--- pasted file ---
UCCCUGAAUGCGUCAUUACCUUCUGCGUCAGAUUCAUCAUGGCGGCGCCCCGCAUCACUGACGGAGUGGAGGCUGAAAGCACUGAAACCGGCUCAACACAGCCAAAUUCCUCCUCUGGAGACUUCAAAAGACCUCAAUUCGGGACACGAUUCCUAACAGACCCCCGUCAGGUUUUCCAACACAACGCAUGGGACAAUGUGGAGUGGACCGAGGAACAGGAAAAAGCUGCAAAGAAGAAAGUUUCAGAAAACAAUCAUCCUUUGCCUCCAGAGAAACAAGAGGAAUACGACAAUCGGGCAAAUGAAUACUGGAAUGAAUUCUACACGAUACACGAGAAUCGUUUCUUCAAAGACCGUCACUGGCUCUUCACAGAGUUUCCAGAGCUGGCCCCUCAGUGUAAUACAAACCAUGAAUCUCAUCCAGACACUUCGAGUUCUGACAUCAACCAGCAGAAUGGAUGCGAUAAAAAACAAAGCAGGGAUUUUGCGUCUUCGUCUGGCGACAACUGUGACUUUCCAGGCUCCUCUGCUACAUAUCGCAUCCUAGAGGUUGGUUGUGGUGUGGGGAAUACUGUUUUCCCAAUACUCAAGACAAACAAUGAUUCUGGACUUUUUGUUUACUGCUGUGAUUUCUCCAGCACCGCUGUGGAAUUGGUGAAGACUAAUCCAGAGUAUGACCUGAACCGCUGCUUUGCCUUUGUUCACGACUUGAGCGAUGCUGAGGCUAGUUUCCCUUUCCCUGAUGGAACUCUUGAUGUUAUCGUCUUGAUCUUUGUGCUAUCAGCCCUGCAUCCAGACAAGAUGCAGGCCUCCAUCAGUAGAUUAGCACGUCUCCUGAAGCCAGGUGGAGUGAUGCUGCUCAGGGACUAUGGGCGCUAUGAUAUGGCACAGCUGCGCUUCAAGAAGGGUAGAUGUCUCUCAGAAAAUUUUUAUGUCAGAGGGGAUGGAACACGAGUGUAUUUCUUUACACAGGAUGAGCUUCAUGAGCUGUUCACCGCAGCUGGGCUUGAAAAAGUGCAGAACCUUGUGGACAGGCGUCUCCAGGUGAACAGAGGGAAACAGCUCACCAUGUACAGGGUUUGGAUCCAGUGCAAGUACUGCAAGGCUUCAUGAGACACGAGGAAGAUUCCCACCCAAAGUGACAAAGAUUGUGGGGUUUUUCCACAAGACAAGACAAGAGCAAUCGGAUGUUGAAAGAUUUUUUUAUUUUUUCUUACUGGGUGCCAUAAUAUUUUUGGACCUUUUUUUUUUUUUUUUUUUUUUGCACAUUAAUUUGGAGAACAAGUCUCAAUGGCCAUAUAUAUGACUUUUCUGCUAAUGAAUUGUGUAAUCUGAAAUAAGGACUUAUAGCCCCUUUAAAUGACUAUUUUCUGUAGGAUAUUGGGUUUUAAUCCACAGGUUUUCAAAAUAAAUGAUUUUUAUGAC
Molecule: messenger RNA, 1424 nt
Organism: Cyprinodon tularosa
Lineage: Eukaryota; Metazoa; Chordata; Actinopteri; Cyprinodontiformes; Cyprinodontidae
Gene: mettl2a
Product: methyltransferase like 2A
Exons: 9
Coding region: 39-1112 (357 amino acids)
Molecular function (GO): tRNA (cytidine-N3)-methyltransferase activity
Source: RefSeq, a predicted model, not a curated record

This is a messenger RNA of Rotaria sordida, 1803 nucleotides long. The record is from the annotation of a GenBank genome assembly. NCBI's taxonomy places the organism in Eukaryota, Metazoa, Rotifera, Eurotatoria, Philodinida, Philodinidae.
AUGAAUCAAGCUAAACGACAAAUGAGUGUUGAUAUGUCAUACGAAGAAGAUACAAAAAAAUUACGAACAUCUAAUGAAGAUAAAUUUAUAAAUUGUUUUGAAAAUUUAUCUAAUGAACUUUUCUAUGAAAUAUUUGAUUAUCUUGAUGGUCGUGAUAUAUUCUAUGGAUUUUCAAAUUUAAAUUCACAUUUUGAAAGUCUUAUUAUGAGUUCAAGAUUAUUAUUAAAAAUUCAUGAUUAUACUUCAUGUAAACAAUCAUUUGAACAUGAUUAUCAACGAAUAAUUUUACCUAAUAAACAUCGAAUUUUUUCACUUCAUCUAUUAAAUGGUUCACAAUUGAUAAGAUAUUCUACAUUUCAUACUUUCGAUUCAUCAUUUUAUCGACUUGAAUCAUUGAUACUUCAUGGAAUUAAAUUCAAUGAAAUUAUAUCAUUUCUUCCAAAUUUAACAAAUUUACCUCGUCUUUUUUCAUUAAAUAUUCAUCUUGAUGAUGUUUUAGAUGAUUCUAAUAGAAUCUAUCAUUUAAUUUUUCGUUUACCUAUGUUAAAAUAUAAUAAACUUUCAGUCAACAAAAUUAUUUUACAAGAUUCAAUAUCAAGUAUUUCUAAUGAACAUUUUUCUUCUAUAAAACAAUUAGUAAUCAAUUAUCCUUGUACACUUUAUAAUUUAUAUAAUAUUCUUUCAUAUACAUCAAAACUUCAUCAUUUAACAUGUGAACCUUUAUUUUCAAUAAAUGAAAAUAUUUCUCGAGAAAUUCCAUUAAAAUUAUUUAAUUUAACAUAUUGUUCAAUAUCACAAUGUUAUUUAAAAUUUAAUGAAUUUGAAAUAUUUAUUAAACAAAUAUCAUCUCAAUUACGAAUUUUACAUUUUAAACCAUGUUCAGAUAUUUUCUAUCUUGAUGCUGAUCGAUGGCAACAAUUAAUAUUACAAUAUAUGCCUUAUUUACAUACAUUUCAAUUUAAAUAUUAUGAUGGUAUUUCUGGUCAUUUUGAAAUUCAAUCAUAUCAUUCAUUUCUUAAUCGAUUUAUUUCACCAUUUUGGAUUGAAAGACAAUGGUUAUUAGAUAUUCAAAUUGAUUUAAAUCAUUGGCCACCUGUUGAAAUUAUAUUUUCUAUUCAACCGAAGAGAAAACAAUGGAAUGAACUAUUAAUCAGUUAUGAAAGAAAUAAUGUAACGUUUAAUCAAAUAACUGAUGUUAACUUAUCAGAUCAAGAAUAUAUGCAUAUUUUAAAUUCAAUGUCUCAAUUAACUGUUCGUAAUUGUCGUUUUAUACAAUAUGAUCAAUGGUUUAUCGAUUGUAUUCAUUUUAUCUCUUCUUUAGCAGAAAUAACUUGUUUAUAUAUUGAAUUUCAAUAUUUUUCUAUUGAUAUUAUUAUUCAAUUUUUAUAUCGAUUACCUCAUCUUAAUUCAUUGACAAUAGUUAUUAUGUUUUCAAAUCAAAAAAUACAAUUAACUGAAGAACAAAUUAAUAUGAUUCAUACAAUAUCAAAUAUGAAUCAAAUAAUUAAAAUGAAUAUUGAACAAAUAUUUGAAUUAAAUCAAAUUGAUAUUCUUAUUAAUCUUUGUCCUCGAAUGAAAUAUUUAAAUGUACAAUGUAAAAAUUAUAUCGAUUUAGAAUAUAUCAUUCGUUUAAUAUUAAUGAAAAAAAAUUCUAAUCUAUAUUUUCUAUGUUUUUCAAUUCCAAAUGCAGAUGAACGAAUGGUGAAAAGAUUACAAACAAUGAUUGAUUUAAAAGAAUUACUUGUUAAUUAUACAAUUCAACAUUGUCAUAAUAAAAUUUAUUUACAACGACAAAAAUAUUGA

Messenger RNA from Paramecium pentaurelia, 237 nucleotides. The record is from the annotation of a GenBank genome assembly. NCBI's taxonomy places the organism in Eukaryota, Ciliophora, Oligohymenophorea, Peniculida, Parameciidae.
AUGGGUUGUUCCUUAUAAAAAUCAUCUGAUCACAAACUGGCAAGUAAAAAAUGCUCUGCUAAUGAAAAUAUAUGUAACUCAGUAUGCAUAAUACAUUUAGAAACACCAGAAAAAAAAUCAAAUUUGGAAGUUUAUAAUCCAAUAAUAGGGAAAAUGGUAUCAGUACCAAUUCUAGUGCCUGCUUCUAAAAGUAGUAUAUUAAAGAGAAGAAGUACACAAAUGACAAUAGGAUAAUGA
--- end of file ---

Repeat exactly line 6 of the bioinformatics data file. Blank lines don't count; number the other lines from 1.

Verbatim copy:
Product: methyltransferase like 2A